The Lys464 of K8 lies at the other end of the protein and is closer to the carboxy-terminus than other keratin mutation sites; like Gly62 and Ile63, it is conserved among type II keratins. The K464N mutation has a negative effect on both in vitro assembly and on the rate of dimer formation. Thus, the surface plasmon resonance analysis shows that correct sequence features in the head and tail domains are crucial for the efficient interaction of type I with type II monomers to form dimers.
Unlike the K8 residues described above, K18 Ser230 is not conserved among type I keratins, suggesting that this is not a critical residue. This is consistent with our data showing that the S230T substitution has little effect on eventual keratin filament assembly, although it appears to retard dimer association in the surface plasmon resonance analysis.
Homodimer formation may reduce `usable' keratin
We have shown that the K8(G62C) mutant protein is able to form homodimers that are stabilized by intermolecular disulphide bonds, and that this happens not only in an in vitro assembly mixture but also in the cytoplasm of living intestinal epithelial cells that have been transfected with the mutant keratin sequence. This may shed further light on the conformation of the H1 domain, as it implies a very close proximity between the two H1 domains in a homodimer.
Homodimer formation is likely to be inhibitory to filament assembly as homodimers do not become incorporated into a filament structure (Hatzfeld and Weber, 1990). We have also shown that homodimer formation increases under conditions of oxidative stress, which may exist at sites of inflammation in vivo. The effect of the K8(G62C) mutation is therefore likely to be exacerbated in people with inflammatory bowel disorders, in whom oxidant-induced injury to the intestinal epithelial cells is known to occur (Keshavarzian et al., 2003; McKenzie et al., 1996). This K8(G62C) mutation was the most frequently observed sequence variant and it is interesting to note that this is the most common mutation that Omary and colleagues have identified in liver disease patients (Ku et al., 2003; Ku et al., 2001). This supports the likelihood that this mutation is indeed significantly pathogenic.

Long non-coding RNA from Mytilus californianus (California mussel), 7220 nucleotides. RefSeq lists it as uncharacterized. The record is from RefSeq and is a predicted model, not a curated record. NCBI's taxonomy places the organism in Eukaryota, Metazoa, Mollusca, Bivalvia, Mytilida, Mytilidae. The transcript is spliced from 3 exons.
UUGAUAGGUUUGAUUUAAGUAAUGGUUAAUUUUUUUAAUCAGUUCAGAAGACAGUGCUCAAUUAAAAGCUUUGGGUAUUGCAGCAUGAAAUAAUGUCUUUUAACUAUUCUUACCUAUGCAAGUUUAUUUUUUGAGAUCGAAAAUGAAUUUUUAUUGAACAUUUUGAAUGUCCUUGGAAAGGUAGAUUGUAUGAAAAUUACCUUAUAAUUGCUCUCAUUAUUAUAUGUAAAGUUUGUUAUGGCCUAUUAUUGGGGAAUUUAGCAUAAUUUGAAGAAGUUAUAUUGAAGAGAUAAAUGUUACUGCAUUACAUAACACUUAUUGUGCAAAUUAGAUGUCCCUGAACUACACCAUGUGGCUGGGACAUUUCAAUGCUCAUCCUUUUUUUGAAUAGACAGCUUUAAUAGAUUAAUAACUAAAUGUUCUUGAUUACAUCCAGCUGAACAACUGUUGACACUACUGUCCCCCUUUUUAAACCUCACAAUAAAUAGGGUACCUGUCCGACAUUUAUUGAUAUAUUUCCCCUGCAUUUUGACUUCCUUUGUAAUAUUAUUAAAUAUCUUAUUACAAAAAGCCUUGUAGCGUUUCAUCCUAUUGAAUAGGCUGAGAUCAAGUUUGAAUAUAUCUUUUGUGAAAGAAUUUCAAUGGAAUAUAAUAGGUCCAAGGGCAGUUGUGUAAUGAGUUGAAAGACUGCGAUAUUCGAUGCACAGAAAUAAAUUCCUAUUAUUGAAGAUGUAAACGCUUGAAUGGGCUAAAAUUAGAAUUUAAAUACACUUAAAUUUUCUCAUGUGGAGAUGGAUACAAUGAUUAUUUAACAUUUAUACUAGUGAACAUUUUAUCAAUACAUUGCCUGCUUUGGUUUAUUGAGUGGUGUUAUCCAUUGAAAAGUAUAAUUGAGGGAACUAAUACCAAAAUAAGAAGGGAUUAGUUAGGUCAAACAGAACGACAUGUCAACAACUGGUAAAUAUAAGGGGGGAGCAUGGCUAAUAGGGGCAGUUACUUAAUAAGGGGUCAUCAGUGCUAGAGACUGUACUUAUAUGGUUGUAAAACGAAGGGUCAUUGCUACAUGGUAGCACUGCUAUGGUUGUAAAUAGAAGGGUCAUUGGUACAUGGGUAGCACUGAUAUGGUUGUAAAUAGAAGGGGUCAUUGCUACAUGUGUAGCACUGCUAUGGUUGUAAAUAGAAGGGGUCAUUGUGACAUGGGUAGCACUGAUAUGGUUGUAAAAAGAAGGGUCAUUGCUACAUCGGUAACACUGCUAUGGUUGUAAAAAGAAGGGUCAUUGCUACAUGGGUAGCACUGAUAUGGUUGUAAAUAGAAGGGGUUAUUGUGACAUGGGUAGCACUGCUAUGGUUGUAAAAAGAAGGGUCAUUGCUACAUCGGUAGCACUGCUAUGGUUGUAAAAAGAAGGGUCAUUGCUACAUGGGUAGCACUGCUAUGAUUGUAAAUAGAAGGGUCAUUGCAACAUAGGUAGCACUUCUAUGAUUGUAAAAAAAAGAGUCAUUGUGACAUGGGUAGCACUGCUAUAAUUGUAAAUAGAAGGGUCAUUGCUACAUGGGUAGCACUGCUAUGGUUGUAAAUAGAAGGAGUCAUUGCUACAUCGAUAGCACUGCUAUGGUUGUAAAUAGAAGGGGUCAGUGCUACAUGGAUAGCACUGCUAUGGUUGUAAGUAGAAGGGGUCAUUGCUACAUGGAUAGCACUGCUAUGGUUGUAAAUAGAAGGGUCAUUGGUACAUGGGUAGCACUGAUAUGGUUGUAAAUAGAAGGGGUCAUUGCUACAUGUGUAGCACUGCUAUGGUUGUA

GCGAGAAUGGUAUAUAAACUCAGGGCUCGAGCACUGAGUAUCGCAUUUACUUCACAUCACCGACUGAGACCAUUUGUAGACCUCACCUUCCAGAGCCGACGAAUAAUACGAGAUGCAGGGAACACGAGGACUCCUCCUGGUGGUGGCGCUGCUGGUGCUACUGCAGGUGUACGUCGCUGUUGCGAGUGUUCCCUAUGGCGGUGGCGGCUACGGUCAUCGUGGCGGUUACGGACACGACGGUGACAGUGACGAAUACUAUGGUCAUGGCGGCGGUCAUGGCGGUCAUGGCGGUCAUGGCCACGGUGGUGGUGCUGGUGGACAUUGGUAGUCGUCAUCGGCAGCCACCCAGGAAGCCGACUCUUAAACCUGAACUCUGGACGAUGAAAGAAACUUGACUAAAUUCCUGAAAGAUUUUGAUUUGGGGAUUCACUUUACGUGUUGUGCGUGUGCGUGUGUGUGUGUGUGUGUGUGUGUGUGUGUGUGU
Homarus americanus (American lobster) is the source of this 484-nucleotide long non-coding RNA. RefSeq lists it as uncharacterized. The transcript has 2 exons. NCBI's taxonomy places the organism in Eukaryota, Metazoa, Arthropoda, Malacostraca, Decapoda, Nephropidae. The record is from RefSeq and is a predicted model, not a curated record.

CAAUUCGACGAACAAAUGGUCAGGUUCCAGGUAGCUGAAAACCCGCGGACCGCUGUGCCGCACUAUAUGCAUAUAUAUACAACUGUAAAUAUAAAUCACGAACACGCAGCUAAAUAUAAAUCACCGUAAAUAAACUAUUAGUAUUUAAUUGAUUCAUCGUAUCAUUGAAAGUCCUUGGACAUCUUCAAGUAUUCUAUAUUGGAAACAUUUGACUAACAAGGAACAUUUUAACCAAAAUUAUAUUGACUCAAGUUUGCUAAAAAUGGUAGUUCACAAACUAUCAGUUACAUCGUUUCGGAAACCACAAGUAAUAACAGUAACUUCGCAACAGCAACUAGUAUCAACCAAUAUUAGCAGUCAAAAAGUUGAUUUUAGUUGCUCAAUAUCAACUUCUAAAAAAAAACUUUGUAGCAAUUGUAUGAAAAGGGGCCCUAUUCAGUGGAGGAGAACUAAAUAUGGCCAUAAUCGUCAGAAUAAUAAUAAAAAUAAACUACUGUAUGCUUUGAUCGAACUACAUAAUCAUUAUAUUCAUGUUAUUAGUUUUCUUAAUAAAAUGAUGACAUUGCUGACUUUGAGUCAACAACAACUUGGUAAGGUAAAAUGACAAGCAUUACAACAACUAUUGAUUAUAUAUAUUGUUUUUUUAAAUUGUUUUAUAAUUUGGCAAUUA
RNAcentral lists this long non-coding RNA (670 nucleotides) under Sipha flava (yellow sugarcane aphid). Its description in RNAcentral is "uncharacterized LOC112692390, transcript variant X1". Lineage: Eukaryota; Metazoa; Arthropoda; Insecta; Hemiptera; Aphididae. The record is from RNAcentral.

Consequences of impaired assembly
The pathogenic mutations identified in epidermal keratins are clearly associated with cell fragility and tissue breakdown. The primary effect of the mutations identified here in some IBD patients would probably be to reduce the efficiency with which the filaments can form in the first place, although dynamic subunit exchange on filaments also takes place in living cells (Miller et al., 1991) and could also be affected by these mutations. A feature of the intestinal epithelium is its high proliferative capacity and rate of turnover. During cell division, intermediate filament proteins become destabilized by transient hyperphosphorylation to allow for remodelling. This is important for many aspects of mitosis, from nuclear envelope breakdown to repositioning of daughter cells without the normal constraints of keratin-desmosome connections. During mitosis the epithelial cytoskeleton is thus temporarily ineffective, creating a window of cell vulnerability. If the assembly of proteins into new filaments after cell division is retarded by mutations, then this window of fragility could be greatly extended, leaving the tissue especially fragile.